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Decisions of the Superior Courts of New South Wales, 1788-1899

In re de Mestre [1830] NSWSupC 31

British subject status, nationalisation, ship registration, liquor laws

Supreme Court of New South Wales

Forbes C.J., 23 April 1830

Source: Forbes C.J. to Governor Darling, 23 April 1830, Historical Records of Australia, Series 1, Vol. 15, pp 453-454[1 ]]

 

I have the honor to acknowledge the receipt of Your Excellency's Letter, addressed to the Judges of the Supreme Court, under the date the 8th inst. enclosing Papers, relative to the Claim of Mr. P.De Mestre to the privilege of registering a Ship as a British Native Subject, and requesting our opinion thereon; and, at the desire of Their Honors Mr. Justice Stephen and Mr. Justice Dowling, who are both absent from Sydney, I have to state to your Excellency that, under the circumstances alleged by Mr. De Mestre, we are of opinion, he is entitled to Register a Ship as a British born Subject for the following reason:-

It appears that the Parents of Mr. De Mestre were French Royalists, who quitted their Country at the Commencement of the Civil War and placed themselves under the protection of the British Flag, on board of an English Ship, at the time of the Birth of P. De Mestre. Had the Parents been on the Land, within the Dominions of the Crown of Great Britain, at the moment of P. Demestre's being born, there could be no question but that he would be a Native Subject of His Majesty; the law upon this point is stated by a text Writer of Authority in the following manner:- "The issues of an Alien, born within the Realm, are accounted Natural Subjects, in which respect, there is not any difference between our Laws and those of France. In each Country, Birth confers the rights of Naturalization". 1Wood, 386. The only question is, whether being born on board a British Ship, at Sea, of Parents at the time within the protection, and Subject to the operation of the Laws of Great Britain, confers the same Rights, as being born within the Realm.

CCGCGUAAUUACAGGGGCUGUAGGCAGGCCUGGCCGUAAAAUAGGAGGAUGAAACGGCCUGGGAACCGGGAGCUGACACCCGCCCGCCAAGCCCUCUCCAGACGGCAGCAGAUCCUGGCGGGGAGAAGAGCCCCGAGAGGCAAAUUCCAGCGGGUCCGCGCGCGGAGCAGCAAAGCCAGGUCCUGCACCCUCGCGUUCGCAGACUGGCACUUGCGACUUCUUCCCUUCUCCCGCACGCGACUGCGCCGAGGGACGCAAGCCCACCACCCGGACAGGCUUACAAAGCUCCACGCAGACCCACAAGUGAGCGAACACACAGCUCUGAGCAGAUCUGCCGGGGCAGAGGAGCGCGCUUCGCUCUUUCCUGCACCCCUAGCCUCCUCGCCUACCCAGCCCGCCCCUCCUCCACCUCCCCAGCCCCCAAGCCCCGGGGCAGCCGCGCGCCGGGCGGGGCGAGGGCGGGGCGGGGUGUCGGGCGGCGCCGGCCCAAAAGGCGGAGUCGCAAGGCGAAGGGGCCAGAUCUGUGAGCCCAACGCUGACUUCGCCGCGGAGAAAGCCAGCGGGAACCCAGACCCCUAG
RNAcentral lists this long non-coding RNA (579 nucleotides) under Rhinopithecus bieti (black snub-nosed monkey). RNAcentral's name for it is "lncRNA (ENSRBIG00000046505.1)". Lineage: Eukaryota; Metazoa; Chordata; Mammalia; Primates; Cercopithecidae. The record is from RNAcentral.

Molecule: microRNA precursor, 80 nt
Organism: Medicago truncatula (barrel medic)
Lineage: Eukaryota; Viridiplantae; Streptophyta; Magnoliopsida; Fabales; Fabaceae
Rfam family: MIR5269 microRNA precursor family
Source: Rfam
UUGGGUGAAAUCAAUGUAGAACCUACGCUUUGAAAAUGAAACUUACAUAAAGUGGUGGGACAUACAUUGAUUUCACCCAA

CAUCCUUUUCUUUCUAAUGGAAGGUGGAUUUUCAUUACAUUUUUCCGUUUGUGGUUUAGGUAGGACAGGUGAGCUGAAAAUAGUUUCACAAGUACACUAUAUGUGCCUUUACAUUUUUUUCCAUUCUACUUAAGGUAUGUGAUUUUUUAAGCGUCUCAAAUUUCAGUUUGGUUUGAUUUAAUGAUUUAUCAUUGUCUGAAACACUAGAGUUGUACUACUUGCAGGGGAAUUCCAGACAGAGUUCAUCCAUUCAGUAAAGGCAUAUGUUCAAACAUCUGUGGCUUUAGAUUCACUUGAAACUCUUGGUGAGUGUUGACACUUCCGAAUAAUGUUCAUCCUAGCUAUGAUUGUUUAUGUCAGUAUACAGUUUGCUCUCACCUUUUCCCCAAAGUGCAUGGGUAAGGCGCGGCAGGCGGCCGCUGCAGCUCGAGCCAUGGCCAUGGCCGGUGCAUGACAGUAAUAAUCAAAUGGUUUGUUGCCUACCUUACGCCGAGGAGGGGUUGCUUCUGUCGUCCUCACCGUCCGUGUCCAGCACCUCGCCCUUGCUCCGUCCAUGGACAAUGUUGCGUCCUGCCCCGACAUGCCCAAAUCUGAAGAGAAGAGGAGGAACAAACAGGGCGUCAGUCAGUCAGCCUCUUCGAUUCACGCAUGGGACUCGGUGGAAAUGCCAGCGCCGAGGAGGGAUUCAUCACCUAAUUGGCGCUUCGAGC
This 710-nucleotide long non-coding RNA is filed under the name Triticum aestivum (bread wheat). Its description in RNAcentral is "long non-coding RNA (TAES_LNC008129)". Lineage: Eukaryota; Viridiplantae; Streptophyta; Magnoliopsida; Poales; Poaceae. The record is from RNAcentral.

It is laid down by Vattel, a French Jurist of acknowledged and high Authority in our Admiralty Courts (1 Rob., A.R. 363), upon this point as follows:- "As to Children born at Sea, if they are born in those parts of it, that are possessed by their Nation, they are born in the Country" (and see Molloy 3, 2, 9) "and, if the Children are born in a Vessel belonging to the Nation, they may be reputed born in its Territories; for it is natural to consider the Vessels of a Nation as parts of its Territory, especially when they sail upon a Free Sea, since the State retains its Jurisdiction over these Vessels" (Vattel I, 19, Sec. 216).  The Ship, on board of which P. De Mestre was born, and all Persons on board, in Amity with His Majesty, were clearly subject to the operation of the Laws of Great Britain, both by the Law of Nations and the express Enactments of the English Legislature. 28 Henry 8th, c. 15.[2 ] 39 Geo. 3, c. 37.

 

Notes

[1 ] For original handwritten copies of the document, see Chief Justices' Letter Book, 1824-1835, Archives Office of New South Wales, 4/6651, p. 256; Forbes Papers, Mitchell Library, A 1267-12 (Reel 773), p. 721.  The Historical Records of Australia version has been proofread against the latter, and except in one point, varies only in matters of punctuation.  The exception is that the Historical Records of Australia incorrectly cited the statute at the end as 28 Henry 8th, C.B. rather than c. 15.

This letter was sent in response to a request for advice by Governor Darling, dated 8 April 1830: Chief Justices' Letter Book, 1824-1835, Archives Office of New South Wales, 4/6651, p. 255.  Darling sent the papers in this case to the British government (Murray) on 26 April 1830, Historical Records of Australia, Series 1, Vol. 15, pp 450-454.  The issue was initially raised by Cotton and Langer, Collector and Comptroller of Customs.

This was an advisory opinion, but the distinction between legislative, judicial and administrative actions was unclear in (1828) 9 Geo. 4 c. 83, the colony's constitution.  See B. Kercher, An Unruly Child: a History of Law in Australia, Allen and Unwin, Sydney, 1995,  pp 70-71.

[2 ] The Historical Records of Australia incorrectly cited the statute at the end as 28 Henry 8th, C.B.  See note 1 above.  This correction has been made by reference to the version in the Mitchell Library.

Published by the Division of Law, Macquarie University